Abdelkader ibn Muhieddine, known as the Emir Abdelkader or Abdelkader El Djezairi, was an Algerian religious and military leader who led a struggle against the French colonial invasion in the mid-19th century. An Islamic scholar and Sufi who unexpectedly found himself leading a military campaign, he built up a collection of Algerian tribesmen that for many years held out against one of the most advanced armies in Europe, his consistent regard for what would now be called human rights as regards his Christian opponents, drew widespread admiration, a crucial intervention to save the Christian community of Damascus from a massacre in 1860 brought honours and awards from around the world. Within Algeria, his efforts to unite the country against foreign invaders saw him hailed as the "modern Jugurtha" and his ability to combine religious and political authority has led to his being acclaimed as the "Saint among the Princes, the Prince among the Saints"; the name "Abdelkader" is sometimes transliterated as "ʿAbd al-Qādir", "Abd al-Kader", "Abdul Kader" or other variants, he is referred to as the Emir Abdelkader.
"Ibn Muhieddine" is a patronymic meaning "son of Muhieddine", "al-Hasani" is an honorary patronymic indicating his descent from Hasan ibn Ali, the grandson of Muhammad. He is often given the titles emir "prince", shaykh "sheik". Abdelkader was born near the town of Mascara to a family of religious belief, his father, Muhieddine al-Hasani, was a muqaddam in a religious institution affiliated with the Qadiriyya Sufi order of Islam and claimed descendance from Muhammad, through the Idrisids. Abdelkader was thus a sharif, entitled to add the honorary patronymic al-Hasani to his name, he grew up in his father's zawiya, which by the early nineteenth century had become the centre of a thriving community on the banks of the Oued al-Hammam river. Like other students, he received a traditional education in theology and grammar. A gifted student, Abdelkader succeeded in reciting the Qur'an by heart at the age of 14, thereby receiving the title of hafiz, he could excite his peers with poetry and religious diatribes.
In 1825, he set out on the Hajj, the Muslim pilgrimage with his father. While there, he encountered Imam Shamil, he traveled to Damascus and Baghdad, visited the graves of noted Muslims, such as Shaykh Ibn Arabi and Sidi Abd-el-Kader El Jilani named El-Jilali in Algeria. This experience cemented his religious enthusiasm. On his way back to Algeria, he was impressed by the reforms carried out by Muhammad Ali in Egypt, he returned to his homeland a few months before the arrival of the French. In 1830, Algeria was invaded by France. There was a lot of pent-up resentment against the Ottomans when the French arrived, due to numerous rebellions in the early 19th century, the Algerians could not oppose the French at all initially; when the French Africa Army reached Oran in January 1831, Abdelkader's father was asked to lead a harassment campaign against them. It was at this point. At a meeting of the western tribes in the autumn of 1832, he was elected Emir, or Commander of the Faithful; the appointment was confirmed five days at the Great Mosque of Mascara.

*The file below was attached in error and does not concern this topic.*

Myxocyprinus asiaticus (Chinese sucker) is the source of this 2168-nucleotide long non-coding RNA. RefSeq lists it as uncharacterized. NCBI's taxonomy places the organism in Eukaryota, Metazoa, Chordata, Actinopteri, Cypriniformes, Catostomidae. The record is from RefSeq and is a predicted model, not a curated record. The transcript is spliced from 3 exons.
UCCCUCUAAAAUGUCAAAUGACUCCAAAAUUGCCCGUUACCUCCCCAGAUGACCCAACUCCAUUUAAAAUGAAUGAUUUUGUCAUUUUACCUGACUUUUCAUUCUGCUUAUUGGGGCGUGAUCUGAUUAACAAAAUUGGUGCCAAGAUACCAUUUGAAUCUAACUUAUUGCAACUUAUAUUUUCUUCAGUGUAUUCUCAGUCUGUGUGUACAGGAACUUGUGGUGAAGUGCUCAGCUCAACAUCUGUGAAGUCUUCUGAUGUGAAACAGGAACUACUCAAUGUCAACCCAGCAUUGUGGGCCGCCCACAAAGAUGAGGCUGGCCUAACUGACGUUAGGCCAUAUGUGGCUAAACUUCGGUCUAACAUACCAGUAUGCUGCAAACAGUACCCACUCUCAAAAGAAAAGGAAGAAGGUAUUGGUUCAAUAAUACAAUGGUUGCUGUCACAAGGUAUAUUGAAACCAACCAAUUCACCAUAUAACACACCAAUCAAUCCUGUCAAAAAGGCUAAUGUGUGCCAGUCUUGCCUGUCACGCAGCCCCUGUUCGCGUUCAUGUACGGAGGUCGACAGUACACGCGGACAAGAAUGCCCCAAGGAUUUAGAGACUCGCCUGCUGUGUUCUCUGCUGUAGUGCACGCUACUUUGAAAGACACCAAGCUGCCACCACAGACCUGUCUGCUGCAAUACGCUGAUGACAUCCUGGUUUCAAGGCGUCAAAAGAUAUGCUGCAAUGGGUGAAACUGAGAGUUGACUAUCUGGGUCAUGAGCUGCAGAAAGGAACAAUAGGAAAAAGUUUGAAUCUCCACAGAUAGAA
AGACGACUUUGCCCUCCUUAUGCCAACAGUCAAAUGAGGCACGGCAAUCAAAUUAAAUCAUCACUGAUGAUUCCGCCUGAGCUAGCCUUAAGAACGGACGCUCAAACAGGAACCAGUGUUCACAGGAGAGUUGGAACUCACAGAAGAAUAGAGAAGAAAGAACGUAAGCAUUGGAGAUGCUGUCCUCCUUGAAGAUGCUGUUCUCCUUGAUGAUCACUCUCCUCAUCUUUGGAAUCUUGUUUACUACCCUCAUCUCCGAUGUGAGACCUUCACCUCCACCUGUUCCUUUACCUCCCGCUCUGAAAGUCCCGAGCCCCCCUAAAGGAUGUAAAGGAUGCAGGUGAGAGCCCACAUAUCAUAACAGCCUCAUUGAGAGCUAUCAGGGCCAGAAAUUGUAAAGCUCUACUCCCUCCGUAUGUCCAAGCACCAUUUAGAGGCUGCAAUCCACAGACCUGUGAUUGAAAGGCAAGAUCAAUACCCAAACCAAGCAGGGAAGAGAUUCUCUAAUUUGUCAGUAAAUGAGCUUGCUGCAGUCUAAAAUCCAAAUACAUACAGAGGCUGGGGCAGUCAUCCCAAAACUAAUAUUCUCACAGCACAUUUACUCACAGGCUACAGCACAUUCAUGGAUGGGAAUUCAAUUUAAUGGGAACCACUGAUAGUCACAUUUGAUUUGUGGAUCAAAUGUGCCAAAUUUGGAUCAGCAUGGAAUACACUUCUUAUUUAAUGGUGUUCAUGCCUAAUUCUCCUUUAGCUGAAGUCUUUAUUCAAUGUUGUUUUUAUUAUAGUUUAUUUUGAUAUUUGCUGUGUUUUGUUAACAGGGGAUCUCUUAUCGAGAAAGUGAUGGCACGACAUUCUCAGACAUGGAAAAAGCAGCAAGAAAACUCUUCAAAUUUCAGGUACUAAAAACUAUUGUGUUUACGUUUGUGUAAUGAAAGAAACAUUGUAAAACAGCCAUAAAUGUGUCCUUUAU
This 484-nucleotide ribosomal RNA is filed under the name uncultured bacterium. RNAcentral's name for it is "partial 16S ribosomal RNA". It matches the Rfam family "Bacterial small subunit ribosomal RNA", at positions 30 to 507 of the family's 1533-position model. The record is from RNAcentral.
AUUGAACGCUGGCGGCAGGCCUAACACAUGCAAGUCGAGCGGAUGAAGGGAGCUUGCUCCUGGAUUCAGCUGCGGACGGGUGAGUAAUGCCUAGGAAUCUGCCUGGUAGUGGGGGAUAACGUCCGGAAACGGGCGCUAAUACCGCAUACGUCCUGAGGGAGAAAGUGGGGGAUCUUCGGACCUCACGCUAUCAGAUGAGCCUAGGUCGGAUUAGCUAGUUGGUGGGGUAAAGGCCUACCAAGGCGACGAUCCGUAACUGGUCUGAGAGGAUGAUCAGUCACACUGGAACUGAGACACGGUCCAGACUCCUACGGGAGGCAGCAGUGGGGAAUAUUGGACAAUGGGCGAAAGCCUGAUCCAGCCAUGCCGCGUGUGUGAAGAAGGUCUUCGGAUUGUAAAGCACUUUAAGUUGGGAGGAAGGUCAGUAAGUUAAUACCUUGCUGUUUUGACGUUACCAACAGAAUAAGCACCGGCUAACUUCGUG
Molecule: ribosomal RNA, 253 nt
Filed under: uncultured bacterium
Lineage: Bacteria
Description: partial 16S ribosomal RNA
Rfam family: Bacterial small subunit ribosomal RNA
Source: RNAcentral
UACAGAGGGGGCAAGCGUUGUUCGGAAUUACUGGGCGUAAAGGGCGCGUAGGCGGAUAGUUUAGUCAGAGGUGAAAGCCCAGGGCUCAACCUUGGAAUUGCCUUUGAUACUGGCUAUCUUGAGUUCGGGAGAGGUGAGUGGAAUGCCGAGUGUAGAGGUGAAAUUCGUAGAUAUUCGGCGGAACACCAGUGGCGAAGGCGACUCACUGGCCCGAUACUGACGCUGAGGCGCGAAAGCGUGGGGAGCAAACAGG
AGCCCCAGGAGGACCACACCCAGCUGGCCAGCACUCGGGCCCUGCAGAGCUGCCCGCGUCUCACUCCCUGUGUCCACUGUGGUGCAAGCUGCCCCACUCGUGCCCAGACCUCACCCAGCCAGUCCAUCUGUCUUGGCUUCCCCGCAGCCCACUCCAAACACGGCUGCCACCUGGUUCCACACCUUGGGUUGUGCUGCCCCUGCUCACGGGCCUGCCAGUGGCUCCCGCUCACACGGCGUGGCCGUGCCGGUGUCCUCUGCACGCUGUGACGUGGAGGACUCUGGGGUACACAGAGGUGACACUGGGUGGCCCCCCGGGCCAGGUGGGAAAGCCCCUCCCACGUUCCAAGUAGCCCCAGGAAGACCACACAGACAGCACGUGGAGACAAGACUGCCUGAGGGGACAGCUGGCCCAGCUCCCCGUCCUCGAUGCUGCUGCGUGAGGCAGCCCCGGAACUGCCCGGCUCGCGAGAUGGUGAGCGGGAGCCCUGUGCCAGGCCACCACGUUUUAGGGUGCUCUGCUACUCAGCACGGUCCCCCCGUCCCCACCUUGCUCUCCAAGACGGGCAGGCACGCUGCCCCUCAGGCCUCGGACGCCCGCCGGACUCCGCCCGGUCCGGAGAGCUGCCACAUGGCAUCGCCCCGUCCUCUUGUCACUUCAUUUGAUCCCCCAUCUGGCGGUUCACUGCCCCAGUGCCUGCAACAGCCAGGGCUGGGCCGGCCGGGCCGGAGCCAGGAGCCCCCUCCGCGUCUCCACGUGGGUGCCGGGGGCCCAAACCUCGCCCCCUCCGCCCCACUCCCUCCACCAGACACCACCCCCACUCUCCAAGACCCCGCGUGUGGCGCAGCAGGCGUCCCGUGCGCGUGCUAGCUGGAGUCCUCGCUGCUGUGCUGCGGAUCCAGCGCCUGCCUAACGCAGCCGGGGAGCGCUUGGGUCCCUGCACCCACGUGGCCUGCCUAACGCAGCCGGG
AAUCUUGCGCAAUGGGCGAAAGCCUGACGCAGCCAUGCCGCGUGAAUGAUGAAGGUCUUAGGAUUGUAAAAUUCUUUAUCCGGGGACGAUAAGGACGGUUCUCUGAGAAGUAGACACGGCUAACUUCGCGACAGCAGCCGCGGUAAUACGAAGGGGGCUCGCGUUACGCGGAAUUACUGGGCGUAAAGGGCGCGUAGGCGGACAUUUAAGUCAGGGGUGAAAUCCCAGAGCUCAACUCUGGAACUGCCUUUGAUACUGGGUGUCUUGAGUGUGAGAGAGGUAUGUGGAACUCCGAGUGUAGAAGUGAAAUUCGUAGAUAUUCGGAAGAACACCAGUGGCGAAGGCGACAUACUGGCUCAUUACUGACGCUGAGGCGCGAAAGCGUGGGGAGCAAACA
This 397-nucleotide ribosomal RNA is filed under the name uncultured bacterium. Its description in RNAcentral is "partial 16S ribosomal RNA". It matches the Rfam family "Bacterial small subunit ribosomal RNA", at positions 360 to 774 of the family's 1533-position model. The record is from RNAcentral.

Within a year, through a combination of punitive raids and careful politics, Abdelkader had succeeded in uniting the tribes in the region and in reestablishing security – his area of influence now covered the entire Province of Oran. The local French commander-in-chief, General Louis Alexis Desmichels, saw Abdelkader as the principal representative of the area during peace negotiations, in 1834 they signed the Desmichels Treaty, which ceded near-total control of Oran Province to Abdelkader. For the French, this was a way of establishing peace in the region while confining Abdelkader to the west. Using this treaty as a start, he imposed his rule on the tribes of the Chelif, Médéa; the French high command, unhappy with what they now saw as the unfavorable terms of the Desmichels Treaty, recalled General Desmichels and replaced him with General Trezel, which caused a resumption of hostilities. Abdelkader's tribal warriors met the French forces in July 1834 at the Battle of Macta, where the French suffered an unexpected defeat.
France's response was to step up its pacification campaign, under new commanders the French won several important encounters including the Battle of Sikkak. But political opinion in France was becoming ambivalent towards Algeria, when French General Thomas Robert Bugeaud was deployed to the region in April 1837, he was "authorized to use all means to induce Abd el-Kader to make overtures of peace"; the result, after protracted negotiations, was the Treaty of Tafna, signed on 30 May 1837. This treaty gave more control of interior portions of Algeria to Abdelkader, but with the recognition of France's right to imperial sovereignty. Abdelkader thus won control of all of Oran and extended his reach to the neighbouring province of Titteri and beyond; the per